Understanding the Autoimmune Disease Lupus- Systemic Lupus Erythematosus (SLE)

Systemic Lupus Erythematosus is an autoimmune disease that can attack any part of the body. It can affect the joints, areas of the skin and/or the organs. This is a chronic disease with symptoms that typically persist more than six weeks but can continue on for many years.

With lupus, the immune system ceases to function properly. This is normally the bodily system that fends off infections, germs, bacteria, viruses and other invaders, such as the flu. When the immune system is working properly it produces proteins, or antibodies that fight off these threats.

An autoimmune disease is one in which the immune system cannot determine the difference between one of these invaders and the healthy tissues that makes up the body. Therefore, the body produces what’s called autoantibodies (auto = self) that actually attack healthy tissue to destroy it. These autoantibodies lead bodily tissues to become inflamed, causing pain and damage to different parts of the body.

Systemic Lupus Erythematosus is the type of disease that flares up for awhile and then goes into remission. When it is flaring up the symptoms get worse and you feel sick. When it goes into remission the symptoms subside and you feel a lot better.

 

More Information about Systemic Lupus Erythematosus SLE (from the LUPUS Foundation of America):

  • Systemic Lupus Erythematosus can appear to be mild or it can be seriously life threatening. Anyone suffering from lupus should be under the care of a physician. With good consistent medical care, most sufferers can lead full productive lives.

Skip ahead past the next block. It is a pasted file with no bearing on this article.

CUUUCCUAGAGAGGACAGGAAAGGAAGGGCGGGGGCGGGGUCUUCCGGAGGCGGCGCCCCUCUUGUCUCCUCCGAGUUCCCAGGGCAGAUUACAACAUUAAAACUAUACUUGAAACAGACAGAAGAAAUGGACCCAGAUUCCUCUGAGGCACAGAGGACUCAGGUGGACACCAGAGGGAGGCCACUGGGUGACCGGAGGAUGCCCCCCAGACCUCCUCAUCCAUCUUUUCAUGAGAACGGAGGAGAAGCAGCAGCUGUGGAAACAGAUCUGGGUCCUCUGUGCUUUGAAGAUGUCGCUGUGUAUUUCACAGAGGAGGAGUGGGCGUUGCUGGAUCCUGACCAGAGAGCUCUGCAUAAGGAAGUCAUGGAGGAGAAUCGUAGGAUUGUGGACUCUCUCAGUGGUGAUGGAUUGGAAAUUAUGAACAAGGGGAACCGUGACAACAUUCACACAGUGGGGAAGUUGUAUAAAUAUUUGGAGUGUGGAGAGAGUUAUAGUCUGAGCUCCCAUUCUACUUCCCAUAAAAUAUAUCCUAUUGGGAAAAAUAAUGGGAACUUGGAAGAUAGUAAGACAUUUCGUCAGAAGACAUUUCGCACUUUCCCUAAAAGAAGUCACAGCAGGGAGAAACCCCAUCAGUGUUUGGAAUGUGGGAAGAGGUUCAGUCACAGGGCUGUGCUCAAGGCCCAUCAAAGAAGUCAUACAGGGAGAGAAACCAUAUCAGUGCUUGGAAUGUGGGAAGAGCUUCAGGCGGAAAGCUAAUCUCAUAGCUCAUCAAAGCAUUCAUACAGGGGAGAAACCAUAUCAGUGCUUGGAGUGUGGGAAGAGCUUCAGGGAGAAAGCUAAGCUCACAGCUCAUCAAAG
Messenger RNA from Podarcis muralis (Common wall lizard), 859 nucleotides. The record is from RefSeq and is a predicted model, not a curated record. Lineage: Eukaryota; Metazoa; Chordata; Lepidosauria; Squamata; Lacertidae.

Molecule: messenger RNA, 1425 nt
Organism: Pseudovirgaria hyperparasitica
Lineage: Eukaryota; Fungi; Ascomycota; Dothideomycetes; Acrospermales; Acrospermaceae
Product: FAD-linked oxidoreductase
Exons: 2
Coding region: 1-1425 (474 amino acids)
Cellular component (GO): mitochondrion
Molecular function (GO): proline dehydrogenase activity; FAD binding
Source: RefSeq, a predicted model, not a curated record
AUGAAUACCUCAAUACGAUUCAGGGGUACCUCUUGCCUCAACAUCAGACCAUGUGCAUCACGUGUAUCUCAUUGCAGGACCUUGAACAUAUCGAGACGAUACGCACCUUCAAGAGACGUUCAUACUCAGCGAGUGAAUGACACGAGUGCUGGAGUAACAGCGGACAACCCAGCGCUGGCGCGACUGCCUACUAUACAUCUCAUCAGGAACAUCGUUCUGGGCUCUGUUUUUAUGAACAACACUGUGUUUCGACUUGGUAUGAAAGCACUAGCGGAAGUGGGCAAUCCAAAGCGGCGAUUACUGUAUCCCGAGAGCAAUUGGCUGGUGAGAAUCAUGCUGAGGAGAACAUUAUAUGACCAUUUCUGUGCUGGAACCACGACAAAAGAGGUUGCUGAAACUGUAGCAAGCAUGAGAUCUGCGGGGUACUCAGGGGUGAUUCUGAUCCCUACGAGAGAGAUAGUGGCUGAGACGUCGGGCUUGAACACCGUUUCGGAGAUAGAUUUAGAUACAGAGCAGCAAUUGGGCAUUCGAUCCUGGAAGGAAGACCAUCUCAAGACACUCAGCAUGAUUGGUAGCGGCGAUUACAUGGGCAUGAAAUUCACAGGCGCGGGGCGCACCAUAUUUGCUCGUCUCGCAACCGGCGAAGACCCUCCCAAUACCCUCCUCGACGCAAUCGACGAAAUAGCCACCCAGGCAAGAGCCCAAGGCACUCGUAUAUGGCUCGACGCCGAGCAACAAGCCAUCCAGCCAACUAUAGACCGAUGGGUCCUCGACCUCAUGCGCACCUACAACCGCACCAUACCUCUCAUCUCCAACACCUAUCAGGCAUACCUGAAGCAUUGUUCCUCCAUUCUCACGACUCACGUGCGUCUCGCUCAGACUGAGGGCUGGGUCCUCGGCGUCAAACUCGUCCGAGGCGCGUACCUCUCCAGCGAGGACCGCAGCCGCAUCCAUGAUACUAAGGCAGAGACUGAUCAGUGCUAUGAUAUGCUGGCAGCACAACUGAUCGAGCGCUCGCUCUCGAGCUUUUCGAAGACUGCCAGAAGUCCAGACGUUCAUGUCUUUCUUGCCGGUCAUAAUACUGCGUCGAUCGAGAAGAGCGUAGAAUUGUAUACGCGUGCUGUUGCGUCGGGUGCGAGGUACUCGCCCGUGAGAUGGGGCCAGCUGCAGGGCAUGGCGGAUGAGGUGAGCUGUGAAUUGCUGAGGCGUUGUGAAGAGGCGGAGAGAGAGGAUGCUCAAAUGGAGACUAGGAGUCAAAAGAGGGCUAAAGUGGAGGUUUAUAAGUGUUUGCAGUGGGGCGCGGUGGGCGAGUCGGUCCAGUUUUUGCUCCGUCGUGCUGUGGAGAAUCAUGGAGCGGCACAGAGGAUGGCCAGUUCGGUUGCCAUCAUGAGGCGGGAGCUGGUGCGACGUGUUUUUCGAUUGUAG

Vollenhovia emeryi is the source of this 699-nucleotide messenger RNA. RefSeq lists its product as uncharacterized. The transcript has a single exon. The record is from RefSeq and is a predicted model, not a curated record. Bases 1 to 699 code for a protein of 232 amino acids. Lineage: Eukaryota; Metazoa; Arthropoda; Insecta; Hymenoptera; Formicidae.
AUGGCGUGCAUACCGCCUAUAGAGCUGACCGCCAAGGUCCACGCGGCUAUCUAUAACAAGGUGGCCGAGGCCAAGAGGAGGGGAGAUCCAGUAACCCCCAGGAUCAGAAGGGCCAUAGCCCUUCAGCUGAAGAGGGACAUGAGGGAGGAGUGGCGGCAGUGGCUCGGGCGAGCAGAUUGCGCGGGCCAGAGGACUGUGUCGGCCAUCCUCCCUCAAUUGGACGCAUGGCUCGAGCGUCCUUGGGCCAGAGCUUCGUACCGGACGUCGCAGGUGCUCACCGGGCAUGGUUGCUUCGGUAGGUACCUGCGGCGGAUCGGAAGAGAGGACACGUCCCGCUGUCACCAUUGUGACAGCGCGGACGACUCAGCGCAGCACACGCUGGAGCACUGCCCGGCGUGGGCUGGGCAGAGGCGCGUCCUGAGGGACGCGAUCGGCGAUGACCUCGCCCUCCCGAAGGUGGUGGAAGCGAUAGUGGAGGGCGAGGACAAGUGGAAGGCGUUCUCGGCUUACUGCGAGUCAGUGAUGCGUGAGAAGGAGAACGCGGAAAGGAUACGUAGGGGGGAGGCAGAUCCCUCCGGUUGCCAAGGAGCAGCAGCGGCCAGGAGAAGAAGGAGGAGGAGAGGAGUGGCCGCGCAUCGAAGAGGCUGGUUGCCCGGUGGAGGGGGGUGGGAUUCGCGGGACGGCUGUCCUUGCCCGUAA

• Systemic Lupus Erythematosus bears no relationship to HIV and/or AIDS. In HIV and/or AIDS the immune system isn’t functioning well so it is under-active. However, with lupus the problem is the opposite, the immune system is actually overactive.

  • Systemic Lupus Erythematosus bears no relationship to cancer. Cancer is a disease where abnormal tissues grow and spread rapidly into surrounding healthy tissues. Lupus is instead an autoimmune disease. However, some of the treatments for lupus may be the same or similar to those that treat cancer, such as immunosuppressant medications, which are used for chemotherapy.

  • Systemic Lupus Erythematosus is not a contagious disease, even when there is sexual contact. This means that you won’t catch the disease from anyone, or if you have it you cannot give it to anyone.

  • There are over 16,000 new patients diagnosed with Lupus every year across the U.S. And approximately 5 million people across the world suffer from some form of lupus.

  • Medical research has shown that in the U.S. there are at least 1.5 million who suffer from lupus, but there may be more. No large-scales studies have been conducted in the U.S. that would reveal the true number of people in the country who suffer from lupus.

  • Systemic Lupus Erythematosus strikes women of color at a rate two to three times more than the rate at which it strikes Caucasians. However, people from all ethnic groups and races can come down with lupus.

  • Systemic Lupus Erythematosus affects mostly females during their childbearing years, from 15 to 44 years of age. However, males can develop lupus, as well as children and adolescents. Most who develop lupus come down with it when they’re 15 to 44 years of age.